To hear Nicholas Greene talk about his life, you’d swear you were listening to a professional motivational speaker.

In his short 17 years on this planet, he already has had to face physical and emotional obstacles that would bring even the strongest soul to its knees.

Not only has he lost much of his central vision due to a rare genetic disease of the retina, but he also lost his father, John Alton Allen, last year in a tragic shooting on Wright Street in North Rome after he’d struggle with drug abuse and the law over the years.

“There was a saying that Coach Groves said this past game. He said ‘The next down is always the most important.’ And I was just thinking to myself that I can relate the ‘d’ line to my life, to my disability and everything I’ve gone through and what I do,” Nick said Saturday as he gathered with his mother Nicole Greene, little brother Jayden and his teacher for the visually impaired, Dawn Wright, to share his story in the hopes of inspiring others.

“So my life is like a 300-pound dude standing in front of me, keeping me from getting to that running back or that quarterback and that running back or quarterback is the peak of my life, right? What’s in front of me is my disability, the criticism, you know — my body type, how I feel small and everything negative in front of me. And you either get to that quarterback or you just try harder the next time. The next down is the most important.”

Six years ago, when he was only 11 or 12, he began noticing changes in his vision.

“I was at recess and I had a really bad headache and like the color of my vision turned like red a little bit and I thought it was because my head was hurting so bad. It was bright outside,” Greene recalled from 2013. “So I went to the coach and I told him I have a headache and asked if I could go to the clinic. When I went to sign in at the clinic, I couldn’t because I didn’t know what it said. When I read the eye chart, I could only see the first ‘E,’ the biggest one on top. Before that, I always had my nose up close in a book, but I never thought there was anything wrong with that.”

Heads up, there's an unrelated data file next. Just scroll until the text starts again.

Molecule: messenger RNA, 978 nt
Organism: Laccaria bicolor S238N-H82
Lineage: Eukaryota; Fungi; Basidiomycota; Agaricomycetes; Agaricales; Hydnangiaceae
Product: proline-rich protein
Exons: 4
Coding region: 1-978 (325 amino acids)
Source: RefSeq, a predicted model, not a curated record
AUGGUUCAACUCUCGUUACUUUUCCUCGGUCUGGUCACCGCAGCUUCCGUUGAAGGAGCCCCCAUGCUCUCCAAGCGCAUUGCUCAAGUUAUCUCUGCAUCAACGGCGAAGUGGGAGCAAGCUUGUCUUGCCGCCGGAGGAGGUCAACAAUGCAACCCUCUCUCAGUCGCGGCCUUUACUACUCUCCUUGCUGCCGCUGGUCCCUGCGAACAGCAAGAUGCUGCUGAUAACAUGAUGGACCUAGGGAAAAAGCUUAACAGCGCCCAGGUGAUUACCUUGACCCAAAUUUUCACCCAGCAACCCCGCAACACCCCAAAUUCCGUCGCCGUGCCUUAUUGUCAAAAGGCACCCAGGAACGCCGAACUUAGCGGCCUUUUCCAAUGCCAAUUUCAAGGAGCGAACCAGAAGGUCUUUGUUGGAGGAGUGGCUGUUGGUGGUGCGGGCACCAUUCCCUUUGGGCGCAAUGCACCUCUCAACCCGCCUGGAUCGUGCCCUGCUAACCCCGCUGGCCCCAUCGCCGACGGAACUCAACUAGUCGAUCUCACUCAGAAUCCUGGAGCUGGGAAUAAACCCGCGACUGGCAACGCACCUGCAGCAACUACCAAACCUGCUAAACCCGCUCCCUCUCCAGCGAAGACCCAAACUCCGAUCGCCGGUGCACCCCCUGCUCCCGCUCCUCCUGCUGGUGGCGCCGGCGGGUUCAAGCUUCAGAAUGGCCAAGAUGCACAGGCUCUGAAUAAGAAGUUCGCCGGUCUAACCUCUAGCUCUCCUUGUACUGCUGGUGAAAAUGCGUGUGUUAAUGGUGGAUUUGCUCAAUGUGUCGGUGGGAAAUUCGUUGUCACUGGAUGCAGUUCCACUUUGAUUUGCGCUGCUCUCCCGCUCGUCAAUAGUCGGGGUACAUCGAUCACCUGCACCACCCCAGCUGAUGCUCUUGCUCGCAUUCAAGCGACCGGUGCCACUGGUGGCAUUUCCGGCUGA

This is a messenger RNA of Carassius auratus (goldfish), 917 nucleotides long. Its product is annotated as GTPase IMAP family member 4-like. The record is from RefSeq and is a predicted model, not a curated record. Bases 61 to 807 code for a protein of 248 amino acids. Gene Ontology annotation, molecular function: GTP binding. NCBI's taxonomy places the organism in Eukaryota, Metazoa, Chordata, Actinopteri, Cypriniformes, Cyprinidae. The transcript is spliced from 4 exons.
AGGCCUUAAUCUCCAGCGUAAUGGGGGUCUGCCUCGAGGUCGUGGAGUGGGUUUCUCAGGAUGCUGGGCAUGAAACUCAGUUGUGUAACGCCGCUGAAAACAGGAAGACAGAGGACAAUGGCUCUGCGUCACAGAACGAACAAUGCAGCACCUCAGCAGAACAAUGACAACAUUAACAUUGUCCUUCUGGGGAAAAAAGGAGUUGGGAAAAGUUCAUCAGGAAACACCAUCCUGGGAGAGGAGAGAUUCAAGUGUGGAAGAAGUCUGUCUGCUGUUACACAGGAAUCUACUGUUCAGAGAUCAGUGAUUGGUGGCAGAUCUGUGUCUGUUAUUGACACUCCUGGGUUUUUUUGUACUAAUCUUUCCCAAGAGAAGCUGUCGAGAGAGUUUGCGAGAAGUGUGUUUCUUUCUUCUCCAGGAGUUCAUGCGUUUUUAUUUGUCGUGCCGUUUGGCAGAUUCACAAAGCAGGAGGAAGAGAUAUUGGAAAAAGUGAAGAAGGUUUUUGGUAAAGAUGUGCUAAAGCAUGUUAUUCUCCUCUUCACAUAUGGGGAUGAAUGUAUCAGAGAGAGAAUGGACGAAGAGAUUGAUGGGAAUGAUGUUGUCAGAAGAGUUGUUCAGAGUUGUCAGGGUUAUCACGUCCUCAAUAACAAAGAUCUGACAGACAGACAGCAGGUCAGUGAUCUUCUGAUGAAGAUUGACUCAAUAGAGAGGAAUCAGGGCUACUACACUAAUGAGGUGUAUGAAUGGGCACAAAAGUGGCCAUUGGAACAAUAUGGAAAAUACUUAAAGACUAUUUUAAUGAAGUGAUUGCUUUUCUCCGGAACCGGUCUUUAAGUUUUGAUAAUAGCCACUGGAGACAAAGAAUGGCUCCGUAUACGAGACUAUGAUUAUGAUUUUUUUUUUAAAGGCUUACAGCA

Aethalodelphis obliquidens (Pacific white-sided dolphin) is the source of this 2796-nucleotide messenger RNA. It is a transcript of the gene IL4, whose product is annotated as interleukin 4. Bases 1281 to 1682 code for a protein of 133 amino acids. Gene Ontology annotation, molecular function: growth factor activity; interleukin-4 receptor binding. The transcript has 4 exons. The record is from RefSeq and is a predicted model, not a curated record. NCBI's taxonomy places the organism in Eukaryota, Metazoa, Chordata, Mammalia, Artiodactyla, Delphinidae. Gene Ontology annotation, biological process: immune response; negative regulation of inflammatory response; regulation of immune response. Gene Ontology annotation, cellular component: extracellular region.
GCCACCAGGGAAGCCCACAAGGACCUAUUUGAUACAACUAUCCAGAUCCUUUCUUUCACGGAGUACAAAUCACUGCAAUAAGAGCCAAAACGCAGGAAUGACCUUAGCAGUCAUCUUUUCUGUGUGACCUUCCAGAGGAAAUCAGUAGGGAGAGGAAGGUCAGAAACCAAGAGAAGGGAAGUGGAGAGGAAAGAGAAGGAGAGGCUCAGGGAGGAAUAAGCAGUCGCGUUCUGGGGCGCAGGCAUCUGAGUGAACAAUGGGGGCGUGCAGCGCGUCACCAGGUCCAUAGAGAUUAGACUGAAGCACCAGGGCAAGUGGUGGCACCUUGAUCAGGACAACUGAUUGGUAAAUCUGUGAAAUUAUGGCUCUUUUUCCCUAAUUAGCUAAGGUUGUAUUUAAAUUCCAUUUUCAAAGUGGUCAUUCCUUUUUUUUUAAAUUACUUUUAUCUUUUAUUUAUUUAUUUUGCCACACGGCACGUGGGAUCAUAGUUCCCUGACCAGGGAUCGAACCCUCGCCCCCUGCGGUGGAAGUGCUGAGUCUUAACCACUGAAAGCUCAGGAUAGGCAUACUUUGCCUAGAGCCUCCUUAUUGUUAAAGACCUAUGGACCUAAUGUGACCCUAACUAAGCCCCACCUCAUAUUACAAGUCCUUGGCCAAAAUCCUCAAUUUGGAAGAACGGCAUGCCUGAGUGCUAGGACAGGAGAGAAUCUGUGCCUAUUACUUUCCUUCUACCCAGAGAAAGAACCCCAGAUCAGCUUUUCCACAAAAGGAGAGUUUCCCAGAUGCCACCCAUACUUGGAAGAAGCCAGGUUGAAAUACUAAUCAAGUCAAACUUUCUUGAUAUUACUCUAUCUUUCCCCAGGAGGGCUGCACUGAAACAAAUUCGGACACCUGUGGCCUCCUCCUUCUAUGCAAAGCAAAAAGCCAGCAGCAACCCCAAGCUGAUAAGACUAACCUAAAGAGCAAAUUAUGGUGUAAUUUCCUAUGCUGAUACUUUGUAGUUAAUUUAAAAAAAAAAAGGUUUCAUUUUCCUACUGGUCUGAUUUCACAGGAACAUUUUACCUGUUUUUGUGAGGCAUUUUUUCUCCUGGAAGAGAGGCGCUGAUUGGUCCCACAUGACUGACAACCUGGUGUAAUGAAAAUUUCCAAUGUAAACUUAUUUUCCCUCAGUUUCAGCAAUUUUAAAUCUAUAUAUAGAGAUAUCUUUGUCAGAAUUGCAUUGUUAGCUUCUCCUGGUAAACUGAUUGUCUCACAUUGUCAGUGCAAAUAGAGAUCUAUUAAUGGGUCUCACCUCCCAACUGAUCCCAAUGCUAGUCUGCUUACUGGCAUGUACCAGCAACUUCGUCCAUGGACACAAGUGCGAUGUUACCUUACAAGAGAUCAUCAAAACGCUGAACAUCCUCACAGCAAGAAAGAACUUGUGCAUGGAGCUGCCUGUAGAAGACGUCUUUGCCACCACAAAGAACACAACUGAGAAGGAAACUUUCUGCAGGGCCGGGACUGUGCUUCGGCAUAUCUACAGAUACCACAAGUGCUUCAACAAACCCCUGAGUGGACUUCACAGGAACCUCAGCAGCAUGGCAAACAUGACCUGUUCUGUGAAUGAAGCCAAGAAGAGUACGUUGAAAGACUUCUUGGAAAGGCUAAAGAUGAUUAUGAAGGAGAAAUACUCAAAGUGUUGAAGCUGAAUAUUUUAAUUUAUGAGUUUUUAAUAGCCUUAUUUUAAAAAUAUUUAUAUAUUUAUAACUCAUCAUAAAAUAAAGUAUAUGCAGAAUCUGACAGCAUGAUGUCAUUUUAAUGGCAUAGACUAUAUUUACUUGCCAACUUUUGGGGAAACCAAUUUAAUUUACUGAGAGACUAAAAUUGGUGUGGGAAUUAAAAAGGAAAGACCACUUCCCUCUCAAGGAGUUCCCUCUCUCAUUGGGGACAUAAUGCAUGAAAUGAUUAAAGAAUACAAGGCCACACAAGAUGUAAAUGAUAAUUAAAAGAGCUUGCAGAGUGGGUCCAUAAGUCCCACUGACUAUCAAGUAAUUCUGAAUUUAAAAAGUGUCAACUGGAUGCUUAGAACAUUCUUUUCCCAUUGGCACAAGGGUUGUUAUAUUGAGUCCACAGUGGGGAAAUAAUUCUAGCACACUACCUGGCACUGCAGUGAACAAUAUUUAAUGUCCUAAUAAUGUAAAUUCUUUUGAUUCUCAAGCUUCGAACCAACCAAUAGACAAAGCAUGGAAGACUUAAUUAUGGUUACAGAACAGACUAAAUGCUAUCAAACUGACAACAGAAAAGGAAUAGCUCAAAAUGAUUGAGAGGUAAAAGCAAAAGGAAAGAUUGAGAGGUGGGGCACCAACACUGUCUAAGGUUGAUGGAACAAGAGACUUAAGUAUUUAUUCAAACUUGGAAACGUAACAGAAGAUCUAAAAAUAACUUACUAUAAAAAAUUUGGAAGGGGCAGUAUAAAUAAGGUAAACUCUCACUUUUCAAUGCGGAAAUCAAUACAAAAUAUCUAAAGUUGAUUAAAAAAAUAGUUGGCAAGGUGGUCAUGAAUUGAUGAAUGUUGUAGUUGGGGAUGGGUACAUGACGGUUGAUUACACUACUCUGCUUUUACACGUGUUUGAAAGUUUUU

Nick said the incident didn’t hit him as hard as people would think. But when he was later diagnosed with Stargardt disease, a form of macular degeneration that is more common in young people than adults, his mother went into denial.

Although blindness and visual impairments run in her family, Nicole said she was blindsided by the realization that her oldest boy ended up with an impairment that affects only one out of every 10,000 people worldwide.

“I was shocked,” she said. “I was a single parent and we had just moved to Iowa and I didn’t know anyone and I’d never heard of Stargardt. My vision was fine. I wanted a second opinion, but they told me the same thing. Nick, though, he just took it and ran with it. He went home and played video games and continued to be Nicholas.”

It wasn’t until other children began teasing him in middle school without relief that his condition started to get the best of him. Like his father, he began striking back at those who angered him, his mother said.

There was one bully, in particular, Nick went after in the school hallway, punching him “30 times here and 30 times there” during what Nick could only describe as a “blackout” situation.

“I didn’t even remember most of it,” Nick said of his breaking point.

But his teacher, Dawn, has vivid memories of this event that helped her finally realize they had more in common than she’d thought.

“I’d grown up in an abusive home and so I understood where he was coming from,” she said, adding that although Nick had been in and out of school detention, she hadn’t yet grasped the deep emotional injuries that had sparked his outbursts.